There is no link between the MMR jab and autism, according to the authors of a new study published in the Archives of Disease in Childhood.
Back in 1998, research on 12 children published in the medical journal The Lancet, suggested there was a link between the vaccine, autism and bowel disease, which led to a drop in the number of children having the jab for mumps, measles and rubella.
The latest research, which is the largest ever published study on the issue, looked at a sample of almost 250 children aged between 10 and 12, who were born between July 1990 and December 1991 in the South Thames area of England.
It followed 98 children who had an autism spectrum disorder (ASD) and two comparison groups: 52 children with special educational needs but no evidence of autism spectrum disorder, and 90 children who were normal.
All the children had been vaccinated against MMR, but not all of them had been given both the doses needed for maximum immunity.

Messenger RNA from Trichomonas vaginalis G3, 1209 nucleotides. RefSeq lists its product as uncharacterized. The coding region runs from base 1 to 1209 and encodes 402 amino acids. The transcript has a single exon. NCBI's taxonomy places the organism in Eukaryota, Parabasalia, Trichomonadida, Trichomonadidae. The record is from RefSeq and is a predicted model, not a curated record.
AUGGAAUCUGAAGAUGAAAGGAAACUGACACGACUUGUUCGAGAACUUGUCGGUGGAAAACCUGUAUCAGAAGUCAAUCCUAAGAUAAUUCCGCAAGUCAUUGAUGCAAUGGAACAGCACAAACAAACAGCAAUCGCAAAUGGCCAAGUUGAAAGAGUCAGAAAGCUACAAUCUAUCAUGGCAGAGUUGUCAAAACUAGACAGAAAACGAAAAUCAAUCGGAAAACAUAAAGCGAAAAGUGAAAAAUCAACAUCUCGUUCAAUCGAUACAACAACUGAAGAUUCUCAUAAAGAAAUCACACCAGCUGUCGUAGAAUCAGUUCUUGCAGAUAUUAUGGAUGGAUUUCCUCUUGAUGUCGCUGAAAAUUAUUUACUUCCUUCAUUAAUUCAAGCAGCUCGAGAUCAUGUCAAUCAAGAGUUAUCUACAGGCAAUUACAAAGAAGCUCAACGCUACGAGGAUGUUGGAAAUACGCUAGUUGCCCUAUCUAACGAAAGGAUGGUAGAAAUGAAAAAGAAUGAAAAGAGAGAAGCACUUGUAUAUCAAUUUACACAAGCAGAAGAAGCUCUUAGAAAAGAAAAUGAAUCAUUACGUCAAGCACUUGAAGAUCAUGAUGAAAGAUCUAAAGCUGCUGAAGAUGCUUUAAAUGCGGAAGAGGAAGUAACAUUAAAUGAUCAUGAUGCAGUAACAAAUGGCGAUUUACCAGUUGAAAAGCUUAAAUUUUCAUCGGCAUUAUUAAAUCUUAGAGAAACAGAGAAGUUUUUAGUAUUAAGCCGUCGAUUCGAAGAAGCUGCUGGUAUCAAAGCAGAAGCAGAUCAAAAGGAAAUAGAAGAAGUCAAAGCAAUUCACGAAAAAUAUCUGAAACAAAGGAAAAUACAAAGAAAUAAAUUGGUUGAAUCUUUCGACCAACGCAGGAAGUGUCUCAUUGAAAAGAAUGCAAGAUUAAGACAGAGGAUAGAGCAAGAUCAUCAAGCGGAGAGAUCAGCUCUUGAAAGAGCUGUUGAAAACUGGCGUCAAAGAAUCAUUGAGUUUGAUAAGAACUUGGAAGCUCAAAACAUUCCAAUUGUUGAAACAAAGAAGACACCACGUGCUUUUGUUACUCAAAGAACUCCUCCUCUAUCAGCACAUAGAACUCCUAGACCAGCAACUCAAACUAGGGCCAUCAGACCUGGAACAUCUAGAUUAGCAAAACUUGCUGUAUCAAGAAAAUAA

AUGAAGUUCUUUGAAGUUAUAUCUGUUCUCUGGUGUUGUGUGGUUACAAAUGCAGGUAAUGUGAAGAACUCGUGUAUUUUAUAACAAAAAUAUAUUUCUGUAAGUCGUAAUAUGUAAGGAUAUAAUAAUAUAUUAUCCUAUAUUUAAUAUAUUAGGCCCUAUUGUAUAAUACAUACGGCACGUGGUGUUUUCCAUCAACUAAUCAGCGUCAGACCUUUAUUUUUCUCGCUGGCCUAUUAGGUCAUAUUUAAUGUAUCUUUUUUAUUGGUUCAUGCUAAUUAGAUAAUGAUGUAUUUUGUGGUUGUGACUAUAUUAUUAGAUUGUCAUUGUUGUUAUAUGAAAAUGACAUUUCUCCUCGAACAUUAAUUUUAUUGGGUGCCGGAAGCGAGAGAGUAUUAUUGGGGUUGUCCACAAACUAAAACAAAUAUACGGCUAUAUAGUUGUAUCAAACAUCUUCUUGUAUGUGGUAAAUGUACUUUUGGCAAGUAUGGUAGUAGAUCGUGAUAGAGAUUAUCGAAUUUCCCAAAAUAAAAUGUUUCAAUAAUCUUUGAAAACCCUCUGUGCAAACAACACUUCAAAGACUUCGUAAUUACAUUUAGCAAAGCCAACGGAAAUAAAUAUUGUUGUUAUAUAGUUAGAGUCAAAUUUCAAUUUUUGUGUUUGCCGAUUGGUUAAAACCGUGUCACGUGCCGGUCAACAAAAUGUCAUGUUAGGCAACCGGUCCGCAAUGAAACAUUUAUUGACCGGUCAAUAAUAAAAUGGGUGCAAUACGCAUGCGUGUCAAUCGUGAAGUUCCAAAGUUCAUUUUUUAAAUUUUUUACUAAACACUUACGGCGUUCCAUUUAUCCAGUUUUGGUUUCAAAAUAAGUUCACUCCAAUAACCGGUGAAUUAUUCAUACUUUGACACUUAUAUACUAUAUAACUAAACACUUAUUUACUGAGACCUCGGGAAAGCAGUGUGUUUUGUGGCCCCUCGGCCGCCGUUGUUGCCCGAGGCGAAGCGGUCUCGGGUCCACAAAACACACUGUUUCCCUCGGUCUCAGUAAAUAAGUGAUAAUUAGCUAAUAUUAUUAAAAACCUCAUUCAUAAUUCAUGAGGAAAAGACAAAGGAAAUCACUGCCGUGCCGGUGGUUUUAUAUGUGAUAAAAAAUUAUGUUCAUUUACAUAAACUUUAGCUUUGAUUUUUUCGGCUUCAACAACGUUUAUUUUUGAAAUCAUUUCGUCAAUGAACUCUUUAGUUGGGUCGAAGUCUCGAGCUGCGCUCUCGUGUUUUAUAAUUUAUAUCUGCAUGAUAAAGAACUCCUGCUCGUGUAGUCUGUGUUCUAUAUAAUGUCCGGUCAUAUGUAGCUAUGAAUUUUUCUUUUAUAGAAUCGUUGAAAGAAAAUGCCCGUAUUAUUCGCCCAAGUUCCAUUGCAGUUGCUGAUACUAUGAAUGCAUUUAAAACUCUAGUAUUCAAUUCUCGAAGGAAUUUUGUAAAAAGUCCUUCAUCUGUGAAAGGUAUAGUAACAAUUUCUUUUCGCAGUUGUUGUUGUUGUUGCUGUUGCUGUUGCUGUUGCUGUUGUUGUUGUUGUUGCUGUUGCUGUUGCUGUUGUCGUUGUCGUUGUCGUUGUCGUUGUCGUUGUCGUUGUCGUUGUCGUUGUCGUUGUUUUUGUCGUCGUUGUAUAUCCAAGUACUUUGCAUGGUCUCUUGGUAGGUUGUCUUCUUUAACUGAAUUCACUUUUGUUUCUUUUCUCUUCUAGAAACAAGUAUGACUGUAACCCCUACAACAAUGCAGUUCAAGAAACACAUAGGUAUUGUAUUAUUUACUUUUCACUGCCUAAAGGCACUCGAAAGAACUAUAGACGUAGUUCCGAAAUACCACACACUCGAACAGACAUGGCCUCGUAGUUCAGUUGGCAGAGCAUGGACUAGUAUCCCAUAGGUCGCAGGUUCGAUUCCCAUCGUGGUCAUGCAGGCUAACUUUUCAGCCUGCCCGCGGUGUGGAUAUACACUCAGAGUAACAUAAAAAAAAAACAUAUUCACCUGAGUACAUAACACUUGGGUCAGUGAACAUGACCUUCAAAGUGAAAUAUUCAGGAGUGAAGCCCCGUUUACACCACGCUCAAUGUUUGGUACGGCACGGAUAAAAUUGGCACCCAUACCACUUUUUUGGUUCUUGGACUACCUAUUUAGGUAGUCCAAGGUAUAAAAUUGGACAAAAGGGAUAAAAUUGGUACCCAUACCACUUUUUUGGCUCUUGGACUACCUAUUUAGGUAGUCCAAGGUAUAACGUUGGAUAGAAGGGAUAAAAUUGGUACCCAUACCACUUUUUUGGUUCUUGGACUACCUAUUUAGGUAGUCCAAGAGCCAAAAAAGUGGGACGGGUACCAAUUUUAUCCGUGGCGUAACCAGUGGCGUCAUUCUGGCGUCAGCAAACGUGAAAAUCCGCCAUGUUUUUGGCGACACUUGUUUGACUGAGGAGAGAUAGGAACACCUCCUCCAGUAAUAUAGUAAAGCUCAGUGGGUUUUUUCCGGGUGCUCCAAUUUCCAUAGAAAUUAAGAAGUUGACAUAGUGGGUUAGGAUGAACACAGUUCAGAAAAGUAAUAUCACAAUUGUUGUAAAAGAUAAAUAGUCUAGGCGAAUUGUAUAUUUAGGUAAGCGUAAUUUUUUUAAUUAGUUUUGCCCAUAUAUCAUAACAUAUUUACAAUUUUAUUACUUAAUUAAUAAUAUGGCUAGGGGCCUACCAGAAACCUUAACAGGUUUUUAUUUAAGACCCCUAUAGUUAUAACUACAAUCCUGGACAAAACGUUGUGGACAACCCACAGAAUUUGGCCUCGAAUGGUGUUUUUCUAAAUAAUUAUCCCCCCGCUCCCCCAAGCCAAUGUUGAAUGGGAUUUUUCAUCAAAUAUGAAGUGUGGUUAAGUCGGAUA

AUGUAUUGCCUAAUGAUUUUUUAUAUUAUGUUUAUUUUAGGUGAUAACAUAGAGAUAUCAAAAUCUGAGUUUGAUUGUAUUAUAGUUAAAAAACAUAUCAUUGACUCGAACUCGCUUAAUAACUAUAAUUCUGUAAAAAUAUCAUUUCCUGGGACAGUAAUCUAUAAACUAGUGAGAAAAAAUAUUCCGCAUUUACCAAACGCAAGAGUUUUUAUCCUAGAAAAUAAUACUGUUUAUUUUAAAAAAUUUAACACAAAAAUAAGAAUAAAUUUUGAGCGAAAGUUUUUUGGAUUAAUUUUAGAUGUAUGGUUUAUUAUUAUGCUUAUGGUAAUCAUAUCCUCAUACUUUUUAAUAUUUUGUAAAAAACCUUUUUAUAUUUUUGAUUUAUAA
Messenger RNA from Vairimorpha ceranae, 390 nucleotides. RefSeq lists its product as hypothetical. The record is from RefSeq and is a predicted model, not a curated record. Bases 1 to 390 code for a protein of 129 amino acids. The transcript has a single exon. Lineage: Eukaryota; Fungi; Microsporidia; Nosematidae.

Blood samples were taken from all the children to check for the presence of persistent measles infection or an abnormal immune response.
This was indicated by a circulating measles virus or increased antibody levels.
And the researchers found there was no difference in virus or antibody levels between children with ASD and the comparison groups.
They concluded: "No difference was detected in the distribution of measles antibody or in measles virus in ASD cases and controls whether the children had received the first, second or both MMR vaccinations."